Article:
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Predict Floods with Unit Hydrographs

Estimate stream runoff during a predicted rainstorm in Vermont.

Introduction

Stowe, a small Vermont town of nearly 5,000 residents, suffered considerably when the remnants of Hurricane Irene stuck the Green Mountain region in August 2011. The Little River overflowed and washed out roads, bridges, and culverts. Wanting to learn from the tragedy, Stowe officials discovered that they had precious little information involving flood prediction. They turned to hydrographs, which are line graphs determining how much water a stream will discharge during a rainstorm. In this notebook, you'll create those hydrographs.

Overwiew of the steps to be followed:

steps:

  • Remove imperfections in elevation model: Fill sinks in your elevation model to remove small imperfections in the data.

  • Delineate the watershed: Find the contributing area above a set of cells in an elevation model.

  • Create a velocity field: Determine how fast water flows with a spatially variant, time- and discharge-invariant velocity field.

  • Create an isochrone map: Assess the time it takes water to follow the flow path.

  • Create a unit hydrograph: Use the isochrone map to create a unit hydrograph for the outlet.

Necessary imports

In [1]:
from arcgis.gis import GIS
from datetime import datetime as dt

from arcgis.raster.functions.gbl import flow_direction, sink, fill, flow_accumulation, snap_pour_point, watershed
from arcgis.raster.functions import slope, raster_calculator, con
from arcgis.raster.analytics import convert_feature_to_raster

Connect to your GIS

In [2]:
gis = GIS(url='https://pythonapi.playground.esri.com/portal', username='arcgis_python', password='amazing_arcgis_123')

Get data for analysis

The data is available here to download and can be published for completing the workflow.

We need the following layers layers include the following:

Pour_point—A point feature layer that depicts the outlet downstream of the Little River where you'll create a unit hydrograph.

Stowe_boundary—A polygon feature layer that depicts the boundaries of Stowe, Vermont. This layer was derived from data available from Vermont Center for Geographic Information (VCGI).

Stowe_surface_water—A raster layer that depicts all surface water bodies in the area of interest. This raster layer's resolution is 30 meters, which means that each cell in the layer has an area of 30 square meters. The layer was derived from features in the NHDPlus Version 2 dataset.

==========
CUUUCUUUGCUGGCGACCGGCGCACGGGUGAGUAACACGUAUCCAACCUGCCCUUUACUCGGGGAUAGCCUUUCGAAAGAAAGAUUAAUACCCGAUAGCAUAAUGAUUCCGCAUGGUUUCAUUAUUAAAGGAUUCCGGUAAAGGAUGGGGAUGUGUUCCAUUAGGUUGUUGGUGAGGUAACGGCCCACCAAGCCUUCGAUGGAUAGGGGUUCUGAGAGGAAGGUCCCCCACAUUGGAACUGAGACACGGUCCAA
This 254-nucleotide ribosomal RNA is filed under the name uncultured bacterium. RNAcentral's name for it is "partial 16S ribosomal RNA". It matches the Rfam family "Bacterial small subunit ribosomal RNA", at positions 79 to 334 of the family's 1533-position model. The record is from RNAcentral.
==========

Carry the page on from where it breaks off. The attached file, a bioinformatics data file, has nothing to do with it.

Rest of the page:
Stowe_DEM—A raster layer that depicts elevation within the study area. It also has a resolution of 30 meters. It was derived from data made available by the United States Geological Survey (USGS).

Stowe_velocity_example—A raster layer that depicts a spatially-variant, time- and discharge-invariant velocity field for the study area. You'll learn how to create this layer in a later lesson (this example is provided as a backup). For now, you don't need this layer, so it's turned off.

In [7]:
item = gis.content.search('StoweHydrograph owner:api_data_owner', 'feature layer', outside_org=True)[0]
In [8]:
item
Out[8]:
StoweHydrograph
StoweHydrographFeature Layer Collection by api_data_owner
Last Modified: April 08, 2020
0 comments, 1 views
In [9]:
pour_point = item.layers[0]
stowe_boundary = item.layers[0]
In [11]:
stowe_dem_item = gis.content.search('stowe_DEM owner:api_data_owner', 'imagery layer')[0]
stowe_dem_item
Out[11]:
Stowe_DEM
A raster layer that depicts elevation within Stowe, Vermont.Imagery Layer by api_data_owner
Last Modified: April 08, 2020
0 comments, 0 views
In [12]:
stowe_dem = stowe_dem_item.layers[0]
In [13]:
stowe_surface_water_item = gis.content.search('stowe_surface_water owner:api_data_owner', 'imagery layer')[0]
In [15]:
stowe_surface_water_item
Out[15]:
Stowe_surface_water
A raster layer that depicts all surface water bodies in Stowe, Vermont.Imagery Layer by api_data_owner
Last Modified: April 08, 2020
0 comments, 0 views
In [14]:
stowe_surface_water = stowe_surface_water_item.layers[0]
In [194]:
m1 = gis.map('Stowe, Vermont')
m1
Out[194]:
In [20]:
m1.add_layer(stowe_dem)
In [21]:
m1.add_layer(stowe_surface_water)
In [27]:
m1.add_layer(stowe_boundary)
In [19]:
m1.zoom_to_layer(stowe_boundary)
In [26]:
m1.add_layer(pour_point)

Remove imperfections in elevation model

Some DEMs contain sinks, which are areas of low elevation surrounded by higher elevation values. Sinks can occur naturally but are more often data errors in a DEM raster dataset. Because water has no way of flowing out of a sink, sinks can cause all kinds of errors when analyzing how water flows to an outlet. Before you begin your hydrological analysis of flooding potential in Stowe, you'll identify and remove sinks from your elevation data.

Identify sinks

First, you'll identify sinks in your DEM. Although your DEM was derived from reliable data provided by the USGS, sinks may still be present. To run an accurate hydrological analysis for the area around Stowe, you'll first need to locate sinks if any.

In [29]:
stowe_flow_direction = flow_direction(stowe_dem).save('stowe_flow_direction' + str(dt.now().microsecond))
In [37]:
stowe_flow_direction
Out[37]:
stowe_flow_direction916591
Analysis Image Service generated from GenerateRasterImagery Layer by portaladmin
Last Modified: July 03, 2020
0 comments, 0 views
In [197]:
m2 = gis.map('Stowe, Vermont')
m2
Out[197]: